*df*and force feedback along the three translatory directions (PHANToM 1.5, SensAble Technologies, Inc.). Subjects have a convincing impression that they are haptically exploring the same scene they are seeing. For details about the setup, see Ernst and Banks (2002).

- The stiffness of the square is modeled using a linear spring model with spring constant
*k*(GHoST, SensAble Technologies, Inc.). The maximum stiffness that can be reliably generated with this device is*k*= 0.65 N/mm. That is, we used a stiffness ranging from 0 to 0.65 N/mm. The range is normalized from 0 to 1; hence, the maximum*k*= 0.65 corresponds to 1. - For the luminance, we only used the green electron beam (Sony Trinitron F500R). The exponent of the gamma correction was predetermined with a photometer (Minolta). We were able to present 1,024 different shades of green. We normalized the range from 0 to 1; hence, the maximum luminance 58 cd/m
^{2}corresponds to 1.

^{2}). Each trial consisted of the fixed standard and a comparison stimulus differing in luminance and/or stiffness from the standard. The odd stimulus, which was the stimulus that was only presented once during a trial, could be either the standard or the comparison stimulus chosen randomly with equal probability. To avoid participants learning the standard stimulus, we have included trials (which make up 10% of the total number of trials) where the standard stimulus was not shown; these trials were discarded for the analysis.

*θ*to be 1

*SD*of this Gaussian. Besides the standard deviation, we also had a nuisance parameter

*λ*to account for non-task-related observer lapses (Wichmann & Hill, 2001).

*SD*parameter for the threshold in the congruent direction

*θ*

_{c}and one for the threshold in the incongruent direction

*θ*

_{i}. However, we used common lapse rate parameter for the two directions because data for both directions came from the same session.

*σ*

_{2}

^{2}along the incongruent axis is reduced compared to stimuli without correlation (before training). At the extreme end, the subject could learn that there is no variance along the incongruent axis, which would mean that the subject believes that the two signals are completely correlated. After which, subjects had a brief break of a couple of minutes before they immediately continued with the posttest on the same day.

*F*(1, 8) = 0.34,

*p*= .56 and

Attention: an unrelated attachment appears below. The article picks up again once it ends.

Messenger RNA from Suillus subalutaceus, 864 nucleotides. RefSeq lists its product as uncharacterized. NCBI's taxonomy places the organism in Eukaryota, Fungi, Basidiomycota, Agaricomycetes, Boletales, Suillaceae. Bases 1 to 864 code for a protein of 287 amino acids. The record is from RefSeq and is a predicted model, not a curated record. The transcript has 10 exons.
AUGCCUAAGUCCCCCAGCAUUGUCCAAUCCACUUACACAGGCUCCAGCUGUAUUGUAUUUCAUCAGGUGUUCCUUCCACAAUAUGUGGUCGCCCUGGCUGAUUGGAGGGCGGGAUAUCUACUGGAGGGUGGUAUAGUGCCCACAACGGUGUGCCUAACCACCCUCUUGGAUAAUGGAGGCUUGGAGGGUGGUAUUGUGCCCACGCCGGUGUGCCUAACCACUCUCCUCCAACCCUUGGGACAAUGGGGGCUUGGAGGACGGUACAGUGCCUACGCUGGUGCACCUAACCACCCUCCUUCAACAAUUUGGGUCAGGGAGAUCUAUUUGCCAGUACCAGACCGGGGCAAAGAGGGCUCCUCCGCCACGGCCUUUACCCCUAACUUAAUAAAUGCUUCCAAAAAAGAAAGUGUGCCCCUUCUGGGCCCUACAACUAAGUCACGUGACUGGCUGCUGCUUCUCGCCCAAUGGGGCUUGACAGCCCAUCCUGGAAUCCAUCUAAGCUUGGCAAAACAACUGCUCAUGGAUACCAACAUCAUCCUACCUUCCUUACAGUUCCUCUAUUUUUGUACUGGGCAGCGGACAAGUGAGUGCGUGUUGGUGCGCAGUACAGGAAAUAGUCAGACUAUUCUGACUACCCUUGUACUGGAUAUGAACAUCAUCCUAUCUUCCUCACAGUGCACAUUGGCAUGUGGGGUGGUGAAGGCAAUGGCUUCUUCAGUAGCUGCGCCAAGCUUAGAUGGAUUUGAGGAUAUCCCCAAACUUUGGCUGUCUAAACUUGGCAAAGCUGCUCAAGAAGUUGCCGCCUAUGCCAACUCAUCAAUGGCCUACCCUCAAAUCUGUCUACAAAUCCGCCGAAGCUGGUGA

*F*(1, 8) = 3.13,

*p*= .12, respectively. This indicates that subjects did not generally get better at discriminating during the course of the experiment. Given this baseline performance, we can now turn to the main data of the experiment.

*F*(1, 8) = 0.705,

*p*= .426, nor for congruent versus incongruent,

*F*(1, 8) = 4.128,

*p*= .077. However, it is important to note that we found a significant interaction between the two factors, pre/post vs. congruent/incongruent:

*F*(1, 8) = 14.58,

*p*< .005, which indicates that the thresholds for the congruent and incongruent directions, which were the same in the pretest, are now different in the posttest. This shows that these subjects learned to use the newly introduced redundancy between the luminance of an object in combination with its stiffness. That is, subjects learned to integrate arbitrary signals.

*n*= 11) were sensitive to the training and showed the predicted learning effect. That is, after training, there is a larger difference in thresholds in the incongruent direction than in the congruent direction. This suggests that subjects indeed learned to integrate the two arbitrarily chosen signals—luminance and stiffness. The asymmetry between congruent and incongruent thresholds cannot be explained by improvement of performance due to more practice because this would have affected the congruent and incongruent direction equally. Furthermore, we controlled for such unspecific learning by measuring the unimodal discrimination performance before and after the pre- and posttest and found no significant difference.

*σ*

_{V}

^{2}or

*σ*

_{H}

^{2}) would have produced an asymmetry in the discrimination performance between the congruent and the incongruent direction. This independence assumption of the noise distributions of the two sensory measurements seems safe because the measurements are derived from two separate sensory modalities. Furthermore, there is no reason to believe that introducing a correlation between the signals during training would affect this independence assumption of the noise distributions of the signals. Thus, the asymmetry in the learning effect between congruent and incongruent direction can be best explained by a change in the variance of the Coupling Prior and not by a change in the likelihood distribution.

*Essay Towards a New Theory of Vision*:

“Sitting in my Study I hear a Coach drive along the street; I look through the Casement and see it; I walk out and enter into it; thus, common Speech would incline one to think, I heard, saw, and touch'd the same thing, to wit, the Coach. It is nevertheless certain, the Ideas intromitted by each Sense are widely different, and distinct from each other; but having been observed constantly to go together, they are spoken of as one and the same thing.”